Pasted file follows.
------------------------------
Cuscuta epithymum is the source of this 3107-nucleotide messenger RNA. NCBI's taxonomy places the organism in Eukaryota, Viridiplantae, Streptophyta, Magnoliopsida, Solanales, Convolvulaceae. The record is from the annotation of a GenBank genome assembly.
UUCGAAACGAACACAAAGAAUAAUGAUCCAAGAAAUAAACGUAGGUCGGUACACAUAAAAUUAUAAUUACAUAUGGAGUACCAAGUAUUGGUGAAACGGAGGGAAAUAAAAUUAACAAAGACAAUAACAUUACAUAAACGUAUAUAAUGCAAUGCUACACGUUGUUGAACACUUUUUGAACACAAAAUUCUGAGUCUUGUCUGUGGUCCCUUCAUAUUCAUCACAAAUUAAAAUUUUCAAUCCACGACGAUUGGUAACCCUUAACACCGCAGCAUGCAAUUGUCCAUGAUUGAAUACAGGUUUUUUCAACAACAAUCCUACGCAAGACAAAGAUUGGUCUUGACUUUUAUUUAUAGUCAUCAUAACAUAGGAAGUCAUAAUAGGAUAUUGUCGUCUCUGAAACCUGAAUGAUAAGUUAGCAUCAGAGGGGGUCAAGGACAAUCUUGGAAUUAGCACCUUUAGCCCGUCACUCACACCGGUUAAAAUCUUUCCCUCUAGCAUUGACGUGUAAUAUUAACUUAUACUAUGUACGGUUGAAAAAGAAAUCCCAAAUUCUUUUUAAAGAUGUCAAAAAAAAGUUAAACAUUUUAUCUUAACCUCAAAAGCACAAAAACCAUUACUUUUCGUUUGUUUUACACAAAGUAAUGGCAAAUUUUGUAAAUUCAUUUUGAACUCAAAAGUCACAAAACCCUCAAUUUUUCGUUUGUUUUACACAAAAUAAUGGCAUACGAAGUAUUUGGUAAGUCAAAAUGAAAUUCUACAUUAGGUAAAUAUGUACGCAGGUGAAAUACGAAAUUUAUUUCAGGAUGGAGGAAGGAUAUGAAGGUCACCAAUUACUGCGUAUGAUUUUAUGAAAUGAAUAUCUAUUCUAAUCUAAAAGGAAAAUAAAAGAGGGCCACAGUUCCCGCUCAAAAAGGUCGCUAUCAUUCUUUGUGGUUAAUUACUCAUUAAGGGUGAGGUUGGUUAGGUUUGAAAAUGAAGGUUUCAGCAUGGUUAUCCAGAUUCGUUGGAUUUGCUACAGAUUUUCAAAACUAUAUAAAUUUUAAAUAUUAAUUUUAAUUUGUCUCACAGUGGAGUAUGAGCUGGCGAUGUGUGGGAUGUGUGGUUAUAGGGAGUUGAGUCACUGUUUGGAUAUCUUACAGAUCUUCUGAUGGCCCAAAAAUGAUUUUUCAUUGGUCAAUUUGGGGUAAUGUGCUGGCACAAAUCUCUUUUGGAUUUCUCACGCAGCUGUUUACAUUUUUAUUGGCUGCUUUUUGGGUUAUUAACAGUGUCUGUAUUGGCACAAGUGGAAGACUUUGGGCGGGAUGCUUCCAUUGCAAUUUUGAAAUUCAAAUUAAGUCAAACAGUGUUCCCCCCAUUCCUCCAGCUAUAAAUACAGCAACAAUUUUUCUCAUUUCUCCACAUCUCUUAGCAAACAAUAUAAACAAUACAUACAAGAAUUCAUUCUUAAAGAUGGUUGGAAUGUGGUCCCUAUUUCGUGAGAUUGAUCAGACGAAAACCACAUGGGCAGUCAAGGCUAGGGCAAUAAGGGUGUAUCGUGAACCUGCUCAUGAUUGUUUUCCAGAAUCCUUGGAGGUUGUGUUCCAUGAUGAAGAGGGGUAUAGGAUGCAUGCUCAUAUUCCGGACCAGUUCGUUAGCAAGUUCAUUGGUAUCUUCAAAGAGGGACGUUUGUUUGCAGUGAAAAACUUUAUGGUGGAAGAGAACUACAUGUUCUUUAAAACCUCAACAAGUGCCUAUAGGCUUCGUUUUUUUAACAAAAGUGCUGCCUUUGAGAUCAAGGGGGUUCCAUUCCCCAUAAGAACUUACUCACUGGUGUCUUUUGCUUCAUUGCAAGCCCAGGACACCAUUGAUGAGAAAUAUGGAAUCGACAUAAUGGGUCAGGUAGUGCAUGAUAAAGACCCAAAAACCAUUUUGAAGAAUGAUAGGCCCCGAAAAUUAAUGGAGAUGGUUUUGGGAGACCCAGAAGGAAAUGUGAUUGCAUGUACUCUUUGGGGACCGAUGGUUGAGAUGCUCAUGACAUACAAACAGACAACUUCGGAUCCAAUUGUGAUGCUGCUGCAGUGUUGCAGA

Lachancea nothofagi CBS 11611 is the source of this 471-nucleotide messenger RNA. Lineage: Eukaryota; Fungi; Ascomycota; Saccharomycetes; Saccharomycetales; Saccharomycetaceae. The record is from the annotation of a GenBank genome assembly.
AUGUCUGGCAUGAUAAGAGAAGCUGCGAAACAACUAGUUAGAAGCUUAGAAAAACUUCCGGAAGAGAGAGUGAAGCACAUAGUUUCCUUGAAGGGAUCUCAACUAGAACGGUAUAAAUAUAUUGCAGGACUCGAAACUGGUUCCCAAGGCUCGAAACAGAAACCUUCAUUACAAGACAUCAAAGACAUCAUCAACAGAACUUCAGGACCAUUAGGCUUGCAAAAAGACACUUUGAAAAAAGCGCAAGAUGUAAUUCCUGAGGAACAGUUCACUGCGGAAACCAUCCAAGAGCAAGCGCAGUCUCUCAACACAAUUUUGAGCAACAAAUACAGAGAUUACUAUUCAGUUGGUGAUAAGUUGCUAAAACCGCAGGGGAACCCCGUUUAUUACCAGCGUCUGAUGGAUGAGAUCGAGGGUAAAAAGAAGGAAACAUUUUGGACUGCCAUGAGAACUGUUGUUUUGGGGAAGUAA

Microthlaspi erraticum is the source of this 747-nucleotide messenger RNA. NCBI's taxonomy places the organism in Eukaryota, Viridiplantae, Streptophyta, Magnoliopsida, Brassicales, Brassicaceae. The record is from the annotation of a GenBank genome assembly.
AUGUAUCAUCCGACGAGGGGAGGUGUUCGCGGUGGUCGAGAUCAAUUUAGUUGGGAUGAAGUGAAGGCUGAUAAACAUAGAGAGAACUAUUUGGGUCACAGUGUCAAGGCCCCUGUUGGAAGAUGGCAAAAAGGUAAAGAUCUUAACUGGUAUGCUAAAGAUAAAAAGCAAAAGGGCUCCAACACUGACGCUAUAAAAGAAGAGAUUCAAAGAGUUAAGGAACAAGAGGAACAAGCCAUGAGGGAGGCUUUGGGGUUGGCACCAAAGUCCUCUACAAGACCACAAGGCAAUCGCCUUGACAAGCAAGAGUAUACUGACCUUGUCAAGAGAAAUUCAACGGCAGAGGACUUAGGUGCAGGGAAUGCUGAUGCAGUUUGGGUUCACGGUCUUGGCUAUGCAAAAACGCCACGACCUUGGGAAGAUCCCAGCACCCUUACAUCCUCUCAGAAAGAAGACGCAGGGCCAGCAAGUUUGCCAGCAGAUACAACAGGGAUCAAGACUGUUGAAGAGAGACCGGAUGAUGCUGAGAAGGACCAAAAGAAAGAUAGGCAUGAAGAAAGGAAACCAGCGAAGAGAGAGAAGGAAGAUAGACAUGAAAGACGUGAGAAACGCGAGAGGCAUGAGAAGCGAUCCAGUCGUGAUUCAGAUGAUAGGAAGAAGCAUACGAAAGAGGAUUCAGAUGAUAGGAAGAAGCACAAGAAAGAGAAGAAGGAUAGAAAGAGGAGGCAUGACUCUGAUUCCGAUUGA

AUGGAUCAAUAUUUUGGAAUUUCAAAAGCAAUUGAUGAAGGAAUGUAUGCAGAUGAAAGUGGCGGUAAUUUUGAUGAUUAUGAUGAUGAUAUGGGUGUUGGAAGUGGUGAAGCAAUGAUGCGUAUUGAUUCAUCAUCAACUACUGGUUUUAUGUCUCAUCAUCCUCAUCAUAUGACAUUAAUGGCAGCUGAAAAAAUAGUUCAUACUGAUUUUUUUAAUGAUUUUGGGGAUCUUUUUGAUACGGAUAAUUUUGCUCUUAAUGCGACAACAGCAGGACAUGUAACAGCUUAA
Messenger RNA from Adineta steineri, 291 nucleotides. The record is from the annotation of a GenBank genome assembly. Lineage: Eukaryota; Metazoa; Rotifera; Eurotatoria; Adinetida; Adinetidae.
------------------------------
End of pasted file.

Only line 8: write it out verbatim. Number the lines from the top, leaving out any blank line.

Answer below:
Messenger RNA from Adineta steineri, 291 nucleotides. The record is from the annotation of a GenBank genome assembly. Lineage: Eukaryota; Metazoa; Rotifera; Eurotatoria; Adinetida; Adinetidae.